Several studies investigating the association between HGS and the risk of cardiovascular risk and MetS have yield conflicting results. Meta-analysis of cohort studies had reported that the hazard ratio was 1.6 for CVD when it compared the lowest versus the highest level of HGS.15 However, Gubelmann et al.16 reported no association between absolute HGS and CVD among 2,707 subjects over 50 years of age.

Besides, unclear sex difference in this association has been reported as well. Taiwanese study17 reported that reduced relative handgrip strength (RHGS) was associated with an increased cardiovascular risk score only in men and a recent UK study reported that HGS was associated with CVD only in men, not it women.18

Little is known concerning the relationship between MetS and HGS in the older adult who is a part of the population that has a higher incidence of MetS, activity of daily life (ADL) impairments and associated CVD than younger adults. During later life, the elderly are vulnerable to the adverse consequence of decreased HGS, i.e., frailty, disabilities, which required the long-term care. Many ADLs and instrumental activities of daily living such as eating, dressing, carrying groceries are involved in HGS. Those below 65 years of age living with MetS and decreased HGS may not need long-term care in the way that older people over 65 years of age would be due to the remained other physical function.

To our knowledge, studies of the association between HGS and MetS in the older population have not been reported in Korea. The increasing number of aging people with sarcopenia and an increase need of long-term care services demonstrate the need to conduct research identifying the association of HGS and risk factors. Therefore, the purpose of the current study was to investigate the association of RHGS and MetS by analyzing the Korea National Health and Nutrition Examination Survey (KNHANES) VII-1, 2016.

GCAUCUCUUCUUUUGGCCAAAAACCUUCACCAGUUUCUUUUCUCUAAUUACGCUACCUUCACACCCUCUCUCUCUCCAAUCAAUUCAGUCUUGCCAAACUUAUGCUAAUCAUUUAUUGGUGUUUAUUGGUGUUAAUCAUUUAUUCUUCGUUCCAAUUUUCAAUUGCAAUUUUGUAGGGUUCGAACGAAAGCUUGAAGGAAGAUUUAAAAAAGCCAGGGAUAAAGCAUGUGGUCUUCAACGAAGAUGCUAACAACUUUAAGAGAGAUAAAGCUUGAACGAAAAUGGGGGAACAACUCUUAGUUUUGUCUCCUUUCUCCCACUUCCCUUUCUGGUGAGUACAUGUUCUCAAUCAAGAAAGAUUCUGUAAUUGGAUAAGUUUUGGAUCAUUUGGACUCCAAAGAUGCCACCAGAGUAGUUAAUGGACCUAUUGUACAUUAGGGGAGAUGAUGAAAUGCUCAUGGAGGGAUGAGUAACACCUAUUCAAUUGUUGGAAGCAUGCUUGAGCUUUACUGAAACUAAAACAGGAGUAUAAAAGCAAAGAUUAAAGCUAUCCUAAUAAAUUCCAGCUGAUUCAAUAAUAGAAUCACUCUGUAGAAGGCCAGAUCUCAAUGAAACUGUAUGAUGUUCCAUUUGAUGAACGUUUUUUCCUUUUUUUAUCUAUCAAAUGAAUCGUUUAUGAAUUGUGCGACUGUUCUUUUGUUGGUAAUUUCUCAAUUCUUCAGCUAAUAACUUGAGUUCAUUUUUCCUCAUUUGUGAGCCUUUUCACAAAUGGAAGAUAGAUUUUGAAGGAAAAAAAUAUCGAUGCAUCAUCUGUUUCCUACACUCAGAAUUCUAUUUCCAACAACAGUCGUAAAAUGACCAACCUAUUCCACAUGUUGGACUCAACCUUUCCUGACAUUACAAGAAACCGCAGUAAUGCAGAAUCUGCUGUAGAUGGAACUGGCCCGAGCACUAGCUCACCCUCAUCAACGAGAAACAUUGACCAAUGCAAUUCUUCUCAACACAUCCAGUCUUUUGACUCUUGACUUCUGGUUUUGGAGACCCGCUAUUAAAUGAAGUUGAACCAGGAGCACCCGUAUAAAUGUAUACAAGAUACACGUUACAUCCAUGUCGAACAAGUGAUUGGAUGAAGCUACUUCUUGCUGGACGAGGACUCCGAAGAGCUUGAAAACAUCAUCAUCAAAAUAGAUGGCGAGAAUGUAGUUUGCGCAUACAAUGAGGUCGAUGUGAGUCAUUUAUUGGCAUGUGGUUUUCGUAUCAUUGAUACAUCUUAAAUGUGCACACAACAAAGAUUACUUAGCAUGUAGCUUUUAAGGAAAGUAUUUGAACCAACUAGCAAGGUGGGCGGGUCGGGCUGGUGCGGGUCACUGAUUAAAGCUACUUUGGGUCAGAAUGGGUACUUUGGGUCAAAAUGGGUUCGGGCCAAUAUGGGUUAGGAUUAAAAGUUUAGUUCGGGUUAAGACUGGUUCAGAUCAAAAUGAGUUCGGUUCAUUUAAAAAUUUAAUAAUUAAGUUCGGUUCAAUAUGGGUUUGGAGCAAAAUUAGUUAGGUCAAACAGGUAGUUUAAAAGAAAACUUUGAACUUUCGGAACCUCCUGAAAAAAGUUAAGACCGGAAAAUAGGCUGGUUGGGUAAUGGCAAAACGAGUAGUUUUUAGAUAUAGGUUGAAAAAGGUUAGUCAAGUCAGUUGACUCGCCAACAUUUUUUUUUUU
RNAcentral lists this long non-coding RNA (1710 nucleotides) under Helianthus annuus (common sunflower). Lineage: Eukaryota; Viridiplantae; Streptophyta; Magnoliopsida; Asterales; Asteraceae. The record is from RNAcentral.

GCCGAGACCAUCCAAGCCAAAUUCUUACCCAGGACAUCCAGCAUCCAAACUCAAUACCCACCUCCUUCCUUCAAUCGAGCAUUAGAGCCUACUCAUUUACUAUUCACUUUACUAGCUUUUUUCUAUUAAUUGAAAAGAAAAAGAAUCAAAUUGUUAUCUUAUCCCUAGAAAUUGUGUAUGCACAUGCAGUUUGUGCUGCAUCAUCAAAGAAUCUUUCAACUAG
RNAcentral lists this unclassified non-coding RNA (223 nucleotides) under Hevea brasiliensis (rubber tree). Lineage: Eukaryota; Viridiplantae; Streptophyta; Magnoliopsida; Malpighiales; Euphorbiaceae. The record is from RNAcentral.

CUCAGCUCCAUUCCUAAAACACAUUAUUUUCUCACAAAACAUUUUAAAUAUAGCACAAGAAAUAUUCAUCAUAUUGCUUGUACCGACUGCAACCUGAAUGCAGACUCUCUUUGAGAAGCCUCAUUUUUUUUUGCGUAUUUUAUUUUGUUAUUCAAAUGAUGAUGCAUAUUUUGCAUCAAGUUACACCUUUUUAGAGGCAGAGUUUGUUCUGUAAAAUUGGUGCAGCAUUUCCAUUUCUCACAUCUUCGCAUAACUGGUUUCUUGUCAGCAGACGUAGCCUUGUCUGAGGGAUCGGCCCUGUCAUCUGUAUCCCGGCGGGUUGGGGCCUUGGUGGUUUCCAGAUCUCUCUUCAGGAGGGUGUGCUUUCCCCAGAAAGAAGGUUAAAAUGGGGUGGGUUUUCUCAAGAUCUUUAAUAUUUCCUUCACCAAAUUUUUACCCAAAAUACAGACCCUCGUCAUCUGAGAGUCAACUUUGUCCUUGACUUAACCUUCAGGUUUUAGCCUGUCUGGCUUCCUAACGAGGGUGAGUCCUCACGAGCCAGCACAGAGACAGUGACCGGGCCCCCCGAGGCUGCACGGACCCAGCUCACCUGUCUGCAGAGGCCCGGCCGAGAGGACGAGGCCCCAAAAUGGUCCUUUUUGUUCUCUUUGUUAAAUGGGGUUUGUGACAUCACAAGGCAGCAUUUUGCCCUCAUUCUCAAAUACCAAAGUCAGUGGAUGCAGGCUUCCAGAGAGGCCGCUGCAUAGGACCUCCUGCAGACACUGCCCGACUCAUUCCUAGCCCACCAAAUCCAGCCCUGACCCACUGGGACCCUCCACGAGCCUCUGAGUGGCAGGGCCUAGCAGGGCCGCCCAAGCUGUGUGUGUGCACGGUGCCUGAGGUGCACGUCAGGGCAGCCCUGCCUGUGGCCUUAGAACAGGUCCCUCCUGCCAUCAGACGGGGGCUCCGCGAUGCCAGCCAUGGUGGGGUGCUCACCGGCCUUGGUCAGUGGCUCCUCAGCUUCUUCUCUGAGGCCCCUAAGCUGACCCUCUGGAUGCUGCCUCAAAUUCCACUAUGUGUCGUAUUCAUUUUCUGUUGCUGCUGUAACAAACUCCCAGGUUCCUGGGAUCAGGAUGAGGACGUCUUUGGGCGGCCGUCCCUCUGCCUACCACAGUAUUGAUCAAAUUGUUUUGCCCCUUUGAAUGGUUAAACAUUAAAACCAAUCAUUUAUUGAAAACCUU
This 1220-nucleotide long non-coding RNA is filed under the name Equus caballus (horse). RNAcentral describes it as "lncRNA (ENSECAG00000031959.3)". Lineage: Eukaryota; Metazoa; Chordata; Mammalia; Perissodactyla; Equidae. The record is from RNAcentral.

Study subjects

This study analyzed the KNHANES VII-1, 2016. The KNHANES has been examined since 1998 by Korea Centers for Disease Control and Prevention (CDC) to assess the health status of the Korean. This survey was the probability-cluster, stratified and multistage survey of a representative sample of the noninstitutionalized population in order to assess the health status in the Korean population. Annually, 4,600 households, 10,000–12,000 individuals are selected from a panel.

The KNHANES VII-1 was a cross-sectional and nationally representative survey consisting of the nutrition survey, the health interview, and the health examination. Among a total of 8,150 persons aged 19 and older who completed KNHANES VII-1, we used data of 1,244 whose age was 65 years and older and whose HGS, body mass index (BMI), and MetS data (Fig. 1).

Ethics statement and data access

Access to the KNHANES data was acquired after receiving approval by the Institutional Review Board (IRB) of the Korea CDC (2013-12EXP-03-5C). This study is a retrospective study that used and analyzed the data from the 2016 KNHANES survey; therefore, approval from IRB was not required. Because the dataset did not include personal information and participant gave the consent to the KNHANES, further ethical approval for the use of open KNHANES data was exempted from the IRB.

Data collection

The health examinations included medical history taking, a questionnaire on health-related behaviors, physical examination, anthropometric and biochemical measurements. Physical examinations were performed by trained medical staff following standardized procedures. In demographic variables, family income was categorized into quartiles as Q1 (<25th percentile), Q2 (25th–49th percentile), Q3 (50th–74th percentile), and Q4 (≥75th percentile). Further, education was classified as below elementary school, middle school graduate, high school graduate, and college graduate or above.